Photo Courtesy Wendys[/caption]In the early 50’s the Korean War was beginning so Dave joined the Army at 18. He went to the Cook and Baker’s School in Ft. Benning, Georgia. He served for two and half years in Germany and used the knowledge and skills he learned in the Army in building his business. Dave said, “We tend to make courage too dramatic. Courage is often doing something simple, unpleasant, or boring again and again until we get it down pat. People who are physically challenged and who have the determination to get around their handicaps are great examples because their courage makes them test their limits every day.”After being honorably discharged Dave returned to his job at the Hobby House Restaurant in Fort Wayne, Ind., and met a new waitress at the restaurant. Ms. Lorraine Buskirk became Mrs. Thomas in 1954.[caption id="attachment_12725" align="aligncenter" width="720"]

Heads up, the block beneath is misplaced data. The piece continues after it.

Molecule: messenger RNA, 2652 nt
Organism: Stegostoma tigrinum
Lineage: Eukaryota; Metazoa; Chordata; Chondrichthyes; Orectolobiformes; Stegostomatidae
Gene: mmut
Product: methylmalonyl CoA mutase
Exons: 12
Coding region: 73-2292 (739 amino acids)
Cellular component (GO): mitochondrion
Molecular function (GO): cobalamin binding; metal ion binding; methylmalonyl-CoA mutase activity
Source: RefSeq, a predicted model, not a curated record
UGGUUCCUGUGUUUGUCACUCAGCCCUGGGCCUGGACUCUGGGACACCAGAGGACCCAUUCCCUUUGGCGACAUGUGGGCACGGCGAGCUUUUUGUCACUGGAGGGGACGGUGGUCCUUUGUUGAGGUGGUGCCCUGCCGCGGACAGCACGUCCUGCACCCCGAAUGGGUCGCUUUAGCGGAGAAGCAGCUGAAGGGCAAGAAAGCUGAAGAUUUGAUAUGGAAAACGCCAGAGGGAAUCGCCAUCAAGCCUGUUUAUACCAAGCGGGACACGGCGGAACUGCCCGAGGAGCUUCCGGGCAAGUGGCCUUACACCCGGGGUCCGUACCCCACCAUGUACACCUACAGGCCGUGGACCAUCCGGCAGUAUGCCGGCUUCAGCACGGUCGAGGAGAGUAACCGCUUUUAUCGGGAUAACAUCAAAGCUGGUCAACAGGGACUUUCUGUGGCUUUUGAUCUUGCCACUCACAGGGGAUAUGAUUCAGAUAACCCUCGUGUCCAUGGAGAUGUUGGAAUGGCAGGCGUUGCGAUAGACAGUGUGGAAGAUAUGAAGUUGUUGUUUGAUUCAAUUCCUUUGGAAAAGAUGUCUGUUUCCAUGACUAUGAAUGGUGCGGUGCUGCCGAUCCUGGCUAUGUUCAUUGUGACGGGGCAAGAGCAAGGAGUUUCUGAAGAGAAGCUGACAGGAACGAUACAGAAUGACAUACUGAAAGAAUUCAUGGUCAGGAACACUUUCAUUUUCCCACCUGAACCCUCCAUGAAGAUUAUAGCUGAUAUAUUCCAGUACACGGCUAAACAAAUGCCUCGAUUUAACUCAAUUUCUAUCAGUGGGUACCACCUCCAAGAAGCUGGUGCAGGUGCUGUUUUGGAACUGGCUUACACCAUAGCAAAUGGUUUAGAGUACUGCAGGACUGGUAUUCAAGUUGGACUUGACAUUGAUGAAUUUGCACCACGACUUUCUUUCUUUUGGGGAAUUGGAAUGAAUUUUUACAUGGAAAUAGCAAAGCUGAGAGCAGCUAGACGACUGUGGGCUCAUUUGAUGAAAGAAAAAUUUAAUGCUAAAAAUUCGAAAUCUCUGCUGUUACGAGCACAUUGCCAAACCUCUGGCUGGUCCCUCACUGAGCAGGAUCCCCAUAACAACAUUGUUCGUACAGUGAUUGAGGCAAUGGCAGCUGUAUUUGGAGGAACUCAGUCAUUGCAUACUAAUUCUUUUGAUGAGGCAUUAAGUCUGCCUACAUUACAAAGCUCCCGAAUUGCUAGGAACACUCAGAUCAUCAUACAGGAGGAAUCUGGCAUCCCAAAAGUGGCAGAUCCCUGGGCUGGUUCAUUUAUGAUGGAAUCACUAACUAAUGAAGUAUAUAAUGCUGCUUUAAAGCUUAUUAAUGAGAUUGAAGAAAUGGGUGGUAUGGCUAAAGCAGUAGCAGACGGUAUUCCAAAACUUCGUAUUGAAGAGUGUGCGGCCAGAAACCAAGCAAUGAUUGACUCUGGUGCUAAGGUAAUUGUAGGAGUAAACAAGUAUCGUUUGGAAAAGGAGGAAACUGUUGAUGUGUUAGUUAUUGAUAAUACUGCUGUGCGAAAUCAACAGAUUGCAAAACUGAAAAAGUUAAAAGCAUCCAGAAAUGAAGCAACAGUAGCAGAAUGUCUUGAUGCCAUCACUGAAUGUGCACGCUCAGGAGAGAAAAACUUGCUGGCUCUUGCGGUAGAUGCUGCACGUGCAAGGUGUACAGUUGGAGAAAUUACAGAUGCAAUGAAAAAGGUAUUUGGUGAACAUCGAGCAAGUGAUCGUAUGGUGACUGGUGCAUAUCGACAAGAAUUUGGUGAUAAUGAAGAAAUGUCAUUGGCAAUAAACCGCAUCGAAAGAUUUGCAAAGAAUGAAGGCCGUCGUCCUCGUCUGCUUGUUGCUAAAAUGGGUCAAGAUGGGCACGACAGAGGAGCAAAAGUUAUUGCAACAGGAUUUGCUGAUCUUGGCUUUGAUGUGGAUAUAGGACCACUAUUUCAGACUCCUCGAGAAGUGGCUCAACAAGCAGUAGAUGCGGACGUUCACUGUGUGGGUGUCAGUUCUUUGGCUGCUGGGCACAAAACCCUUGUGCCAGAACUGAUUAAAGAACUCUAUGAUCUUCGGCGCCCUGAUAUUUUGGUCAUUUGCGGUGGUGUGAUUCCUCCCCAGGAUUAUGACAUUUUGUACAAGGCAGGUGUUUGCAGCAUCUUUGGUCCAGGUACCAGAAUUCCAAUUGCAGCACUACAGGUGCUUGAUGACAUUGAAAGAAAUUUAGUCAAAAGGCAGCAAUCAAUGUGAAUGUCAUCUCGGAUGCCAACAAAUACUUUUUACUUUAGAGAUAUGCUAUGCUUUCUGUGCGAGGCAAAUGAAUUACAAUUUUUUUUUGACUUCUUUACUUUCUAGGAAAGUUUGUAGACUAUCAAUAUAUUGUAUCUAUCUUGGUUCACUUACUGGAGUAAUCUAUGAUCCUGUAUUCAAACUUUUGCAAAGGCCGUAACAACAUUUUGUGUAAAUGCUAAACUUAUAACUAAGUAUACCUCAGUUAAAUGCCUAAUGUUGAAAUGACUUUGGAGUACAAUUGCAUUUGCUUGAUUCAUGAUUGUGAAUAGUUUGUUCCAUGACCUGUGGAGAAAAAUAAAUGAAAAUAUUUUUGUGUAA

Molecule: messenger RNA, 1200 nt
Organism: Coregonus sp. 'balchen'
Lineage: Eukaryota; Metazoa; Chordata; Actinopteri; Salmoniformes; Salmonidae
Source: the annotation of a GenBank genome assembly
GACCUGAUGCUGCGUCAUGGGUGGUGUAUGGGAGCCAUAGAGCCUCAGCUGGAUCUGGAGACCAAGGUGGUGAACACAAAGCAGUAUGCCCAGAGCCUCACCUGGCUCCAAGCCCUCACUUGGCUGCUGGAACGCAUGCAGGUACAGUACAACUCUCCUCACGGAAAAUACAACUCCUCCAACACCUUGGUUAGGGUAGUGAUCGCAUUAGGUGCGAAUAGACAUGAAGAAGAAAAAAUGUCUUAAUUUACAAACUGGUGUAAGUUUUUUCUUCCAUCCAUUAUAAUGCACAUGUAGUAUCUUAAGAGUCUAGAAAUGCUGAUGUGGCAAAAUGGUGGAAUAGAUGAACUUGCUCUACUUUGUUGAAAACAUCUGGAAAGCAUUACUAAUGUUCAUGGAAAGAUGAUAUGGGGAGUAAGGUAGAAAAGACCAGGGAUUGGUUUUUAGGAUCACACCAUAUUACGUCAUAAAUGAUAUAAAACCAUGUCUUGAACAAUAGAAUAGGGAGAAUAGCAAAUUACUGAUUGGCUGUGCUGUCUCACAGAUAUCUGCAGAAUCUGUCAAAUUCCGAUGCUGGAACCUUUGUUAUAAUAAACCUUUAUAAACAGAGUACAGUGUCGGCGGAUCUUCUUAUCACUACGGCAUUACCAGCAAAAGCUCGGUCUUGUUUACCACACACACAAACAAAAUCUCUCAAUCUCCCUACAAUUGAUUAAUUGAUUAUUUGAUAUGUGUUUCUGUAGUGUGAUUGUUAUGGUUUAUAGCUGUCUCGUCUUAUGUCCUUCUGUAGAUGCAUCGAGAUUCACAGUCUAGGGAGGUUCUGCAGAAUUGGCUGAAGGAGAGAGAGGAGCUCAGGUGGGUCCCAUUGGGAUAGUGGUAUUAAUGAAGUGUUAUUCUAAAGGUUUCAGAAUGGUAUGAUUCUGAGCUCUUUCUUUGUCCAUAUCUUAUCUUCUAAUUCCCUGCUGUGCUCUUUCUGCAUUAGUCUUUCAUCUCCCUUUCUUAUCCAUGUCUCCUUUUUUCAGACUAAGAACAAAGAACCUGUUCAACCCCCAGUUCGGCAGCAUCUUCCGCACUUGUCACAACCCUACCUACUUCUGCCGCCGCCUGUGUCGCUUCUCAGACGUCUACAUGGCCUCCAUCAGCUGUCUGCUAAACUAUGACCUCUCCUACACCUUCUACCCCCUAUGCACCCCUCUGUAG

Photo Courtesy Wendys[/caption]When his business mentor Phil Clauss bought into the KFC business, Dave also became part of KFC history. Colonel Sanders himself became one of Dave’s strongest mentors. Dave worked with Sanders on many projects including increasing the KFC brand and profits. Thomas, like Sanders, was even made an honorary Kentucky Colonel. He sold back his shares in KFC to Sanders for reportedly over $1.5 million dollars in 1968 making him a millionaire.In 1969, Dave decided to go out on his own and opened the very first Wendy’s on November 15, 1969 in Columbus, Ohio. Dave named the restaurant after his 8 year old daughter Melinda whose nickname was Wendy. Wendy’s is now an international restaurant chain and has 6,500 outlets worldwide.[caption id="attachment_12727" align="aligncenter" width="673"]